Do you need a license to apply fertilizers?
Limited Commercial Fertilizer Applicator Certificate (LCFAC) Issued by FDACS - Chapter 482 Required by January 1, 2014 GI-BMP training certificate pre-requisite [approved equivalent] $25 fee, renewal every 4 years 4 hours of CEUs required for renewal Not required if application is only to property owed by you, your firm, or your employer LCFAC holders are exempt from further local testing
Single N Applications Depends on percentage slow-release N: o 0.5 lb. N 1000 ft 2 if water soluble o Up to 1 lb. N 1000 ft 2 if slow-release Follow UF recommended annual N rates
N Calculations , 50% slow-release N How much N per 1,000 ft 2 ?
N Calculations How much will supply the correct N amount to 1,000 ft 2 ?
100/15 = lbs. to cover 1,000 ft 2 at 1 lb N /1,000 ft 2 N Calculations
Fertilizer Calculations- Milorganite How much fertilizer?
Formula> 1 lb /1,000 ft 2 Remember that this product has 2% phosphorus, only 12.5 lb. may be applied if there is not a P deficiency 100/6 = lbs. to cover 1,000 ft 2 at 1 lb N /1,000 ft 2 Fertilizer Calculations- Milorganite
Fertilizer Calculations- Urea How much (quick release) fertilizer?
Fertilizer Calculations- Urea Formula> 0.5 lb /1,000 ft 2 100/46 = 2.2 To apply 0.5 lb. N per 1,000 ft 2 : 2.2 /2 = lbs. to cover 1,000 ft 2 at 1 lb N /1,000 ft 2
6% N (Low) Larger amounts of fertilizer 15% N (Medium) Medium amounts of fertilizer 46% N (High)Very Low amounts of fertilizer
Fertilizer Calibration, Application, Storage
Calibrate spreaders & sprayers frequently Ensure they are clean and maintained properly Double check the material used and application rate desired Calibration
Spreader Calibration Determine amount needed for the test area Capture material (bucket or measured tarp) Walk the spreader over test area Weigh applied material Compare to the required amount Adjust spreader
Sprayer Calibration Determine how much fertilizer is needed for the test area Determine how long it takes to spray that area Determine the amount sprayed in that time Compare and adjust as needed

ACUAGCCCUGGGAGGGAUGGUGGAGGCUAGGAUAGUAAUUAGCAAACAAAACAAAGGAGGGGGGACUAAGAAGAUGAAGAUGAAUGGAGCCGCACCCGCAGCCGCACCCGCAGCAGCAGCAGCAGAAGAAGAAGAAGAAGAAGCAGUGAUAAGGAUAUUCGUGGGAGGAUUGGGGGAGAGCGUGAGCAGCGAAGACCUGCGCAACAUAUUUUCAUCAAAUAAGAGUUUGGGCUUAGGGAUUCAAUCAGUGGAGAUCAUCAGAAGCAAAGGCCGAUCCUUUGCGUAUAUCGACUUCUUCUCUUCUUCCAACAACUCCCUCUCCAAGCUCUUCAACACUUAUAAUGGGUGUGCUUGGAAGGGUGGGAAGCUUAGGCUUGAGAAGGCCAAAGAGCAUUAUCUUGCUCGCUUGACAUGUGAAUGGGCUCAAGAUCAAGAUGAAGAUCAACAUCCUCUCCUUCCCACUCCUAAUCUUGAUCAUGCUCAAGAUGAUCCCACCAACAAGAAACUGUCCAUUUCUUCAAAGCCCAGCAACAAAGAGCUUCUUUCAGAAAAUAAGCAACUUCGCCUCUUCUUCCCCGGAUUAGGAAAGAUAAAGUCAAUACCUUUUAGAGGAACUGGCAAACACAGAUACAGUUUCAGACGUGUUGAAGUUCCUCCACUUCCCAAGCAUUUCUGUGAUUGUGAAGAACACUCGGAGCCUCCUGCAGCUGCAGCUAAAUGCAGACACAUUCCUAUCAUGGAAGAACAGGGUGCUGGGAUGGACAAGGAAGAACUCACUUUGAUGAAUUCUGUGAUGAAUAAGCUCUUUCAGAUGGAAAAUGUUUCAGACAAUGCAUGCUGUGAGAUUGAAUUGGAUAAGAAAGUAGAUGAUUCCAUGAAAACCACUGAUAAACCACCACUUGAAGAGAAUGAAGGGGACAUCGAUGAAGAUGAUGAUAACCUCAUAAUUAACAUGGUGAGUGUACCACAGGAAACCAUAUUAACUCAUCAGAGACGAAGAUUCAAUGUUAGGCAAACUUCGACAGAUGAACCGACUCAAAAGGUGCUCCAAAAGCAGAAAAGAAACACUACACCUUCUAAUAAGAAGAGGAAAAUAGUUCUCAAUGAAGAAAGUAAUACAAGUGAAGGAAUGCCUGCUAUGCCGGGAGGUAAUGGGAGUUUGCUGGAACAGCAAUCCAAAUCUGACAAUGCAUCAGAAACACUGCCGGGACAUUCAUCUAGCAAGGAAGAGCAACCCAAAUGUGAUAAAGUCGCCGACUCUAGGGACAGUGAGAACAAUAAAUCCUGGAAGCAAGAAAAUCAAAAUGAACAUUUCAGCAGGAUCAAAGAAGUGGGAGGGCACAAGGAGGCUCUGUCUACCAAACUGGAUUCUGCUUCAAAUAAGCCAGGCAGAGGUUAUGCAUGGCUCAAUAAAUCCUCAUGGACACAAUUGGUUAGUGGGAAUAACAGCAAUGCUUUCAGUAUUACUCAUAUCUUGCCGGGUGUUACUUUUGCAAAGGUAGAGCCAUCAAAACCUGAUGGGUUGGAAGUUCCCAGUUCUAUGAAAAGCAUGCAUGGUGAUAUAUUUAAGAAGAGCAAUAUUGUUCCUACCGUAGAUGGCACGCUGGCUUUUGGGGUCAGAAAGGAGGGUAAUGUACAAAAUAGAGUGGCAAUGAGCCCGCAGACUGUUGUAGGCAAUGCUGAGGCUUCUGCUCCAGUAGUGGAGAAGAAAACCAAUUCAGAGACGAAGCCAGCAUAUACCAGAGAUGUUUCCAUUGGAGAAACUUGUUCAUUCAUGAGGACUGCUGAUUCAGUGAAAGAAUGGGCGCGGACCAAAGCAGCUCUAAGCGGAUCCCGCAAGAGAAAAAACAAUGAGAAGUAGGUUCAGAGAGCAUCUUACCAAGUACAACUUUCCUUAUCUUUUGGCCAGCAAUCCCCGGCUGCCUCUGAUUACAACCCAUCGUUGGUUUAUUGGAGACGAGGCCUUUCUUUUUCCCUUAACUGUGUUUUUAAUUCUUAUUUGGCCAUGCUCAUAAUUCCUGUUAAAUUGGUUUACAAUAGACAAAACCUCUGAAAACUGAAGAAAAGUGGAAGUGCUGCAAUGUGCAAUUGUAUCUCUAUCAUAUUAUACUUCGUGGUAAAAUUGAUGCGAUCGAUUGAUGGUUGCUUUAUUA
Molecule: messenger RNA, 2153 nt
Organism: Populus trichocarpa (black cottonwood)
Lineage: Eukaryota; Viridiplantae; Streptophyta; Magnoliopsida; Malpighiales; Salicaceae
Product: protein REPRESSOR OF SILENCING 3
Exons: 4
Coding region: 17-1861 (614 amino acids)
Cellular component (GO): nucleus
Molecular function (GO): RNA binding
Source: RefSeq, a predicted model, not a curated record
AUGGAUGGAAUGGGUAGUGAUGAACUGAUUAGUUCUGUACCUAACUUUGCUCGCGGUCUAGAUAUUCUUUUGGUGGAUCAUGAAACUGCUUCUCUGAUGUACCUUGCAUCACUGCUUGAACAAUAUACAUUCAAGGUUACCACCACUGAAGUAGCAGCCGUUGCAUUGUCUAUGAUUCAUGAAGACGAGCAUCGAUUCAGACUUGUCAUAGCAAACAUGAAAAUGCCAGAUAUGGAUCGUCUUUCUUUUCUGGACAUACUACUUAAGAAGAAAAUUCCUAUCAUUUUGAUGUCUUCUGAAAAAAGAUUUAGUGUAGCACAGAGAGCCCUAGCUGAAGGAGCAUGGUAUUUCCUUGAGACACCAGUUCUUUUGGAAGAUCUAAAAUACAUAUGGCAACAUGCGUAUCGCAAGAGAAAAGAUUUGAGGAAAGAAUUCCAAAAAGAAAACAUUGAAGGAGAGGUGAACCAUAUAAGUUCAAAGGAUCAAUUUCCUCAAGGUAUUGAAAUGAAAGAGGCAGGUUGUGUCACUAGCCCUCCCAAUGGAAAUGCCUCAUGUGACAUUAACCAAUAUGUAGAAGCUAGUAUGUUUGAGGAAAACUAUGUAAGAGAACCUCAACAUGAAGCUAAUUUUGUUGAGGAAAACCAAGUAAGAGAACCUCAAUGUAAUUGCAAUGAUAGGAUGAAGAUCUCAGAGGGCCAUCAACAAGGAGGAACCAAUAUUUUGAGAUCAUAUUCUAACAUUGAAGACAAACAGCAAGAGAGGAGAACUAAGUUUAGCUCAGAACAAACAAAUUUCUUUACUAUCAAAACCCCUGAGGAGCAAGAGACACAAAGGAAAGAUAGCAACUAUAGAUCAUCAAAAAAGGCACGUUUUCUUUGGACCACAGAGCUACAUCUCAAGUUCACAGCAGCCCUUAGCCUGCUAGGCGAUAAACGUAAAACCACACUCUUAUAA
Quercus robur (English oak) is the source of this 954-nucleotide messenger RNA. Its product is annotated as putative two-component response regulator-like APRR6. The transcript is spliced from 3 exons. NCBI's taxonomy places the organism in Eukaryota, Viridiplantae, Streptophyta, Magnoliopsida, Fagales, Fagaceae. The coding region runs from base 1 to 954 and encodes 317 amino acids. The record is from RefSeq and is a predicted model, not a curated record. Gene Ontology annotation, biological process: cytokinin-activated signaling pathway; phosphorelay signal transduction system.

Deliver the fertilizer to the target Check the delivery rate Check for appearance Avoid non-target surfaces Operate the equipment safely Application
Measure the lawn area 40’ 25’ 40’ x 25’ = 1,000 square feet of front lawn
Take half of the total amount of fertilizer: o 15% = 6.6 lbs fertilizer per 1,000 square feet o Half of this = 3.3 lbs fertilizer in spreader Then take the remaining fertilizer and go in other directions Application
Then take the remaining fertilizer and go in opposite directions This will help you apply the correct amount of fertilizer! Application
Use a deflector shield near water Leave at least 3’ ring Without a shield leave 10’ ring Ordinances may vary Use the shield near impervious areas and storm water systems Application
¼ Inch Only enough water to move granules off of leaves Application
Sweep-up spills! Fertilizer on impervious (paved) surfaces can pollute water bodies
Fertilizer Storage Store fertilizer in areas protected from rainfall Load fertilizer away from wells or waterbodies Store fertilizer away from flammable substances Clean up spills immediately
Irrigation After Fertilization Even at proper rates, too much water can result in leaching or runoff Irrigate fertilizer in with ¼” of water Do not fertilize when heavy rainfall is expected (NWS tropical watch or warning or flood watch for the area)
Proper application is more important than the type of fertilizer Soluble N sources differ in chemical properties and handling requirements Slow-release N sources are not 100% slow-release and they differ in their release properties Review
Knowledge of fertilizer management is one of the most important tools in limiting the environmental impact Irrigation Management is the other critical tool Educating the customer is critical New Limited Commercial Fertilizer Applicator Certificate (LCFAC) by 2014 Review (continued)
This slide set was adapted from the presentation SOLUBLE vs. CONTROLLED RELEASE NITROGEN FERTILIZERS by J.B. Sartain University of Florida by Mike Thomas, FDEP Laurie Trenholm, UF-IFAS Alberto Chavez, FDEP Last update August 24, 2009 Thank you!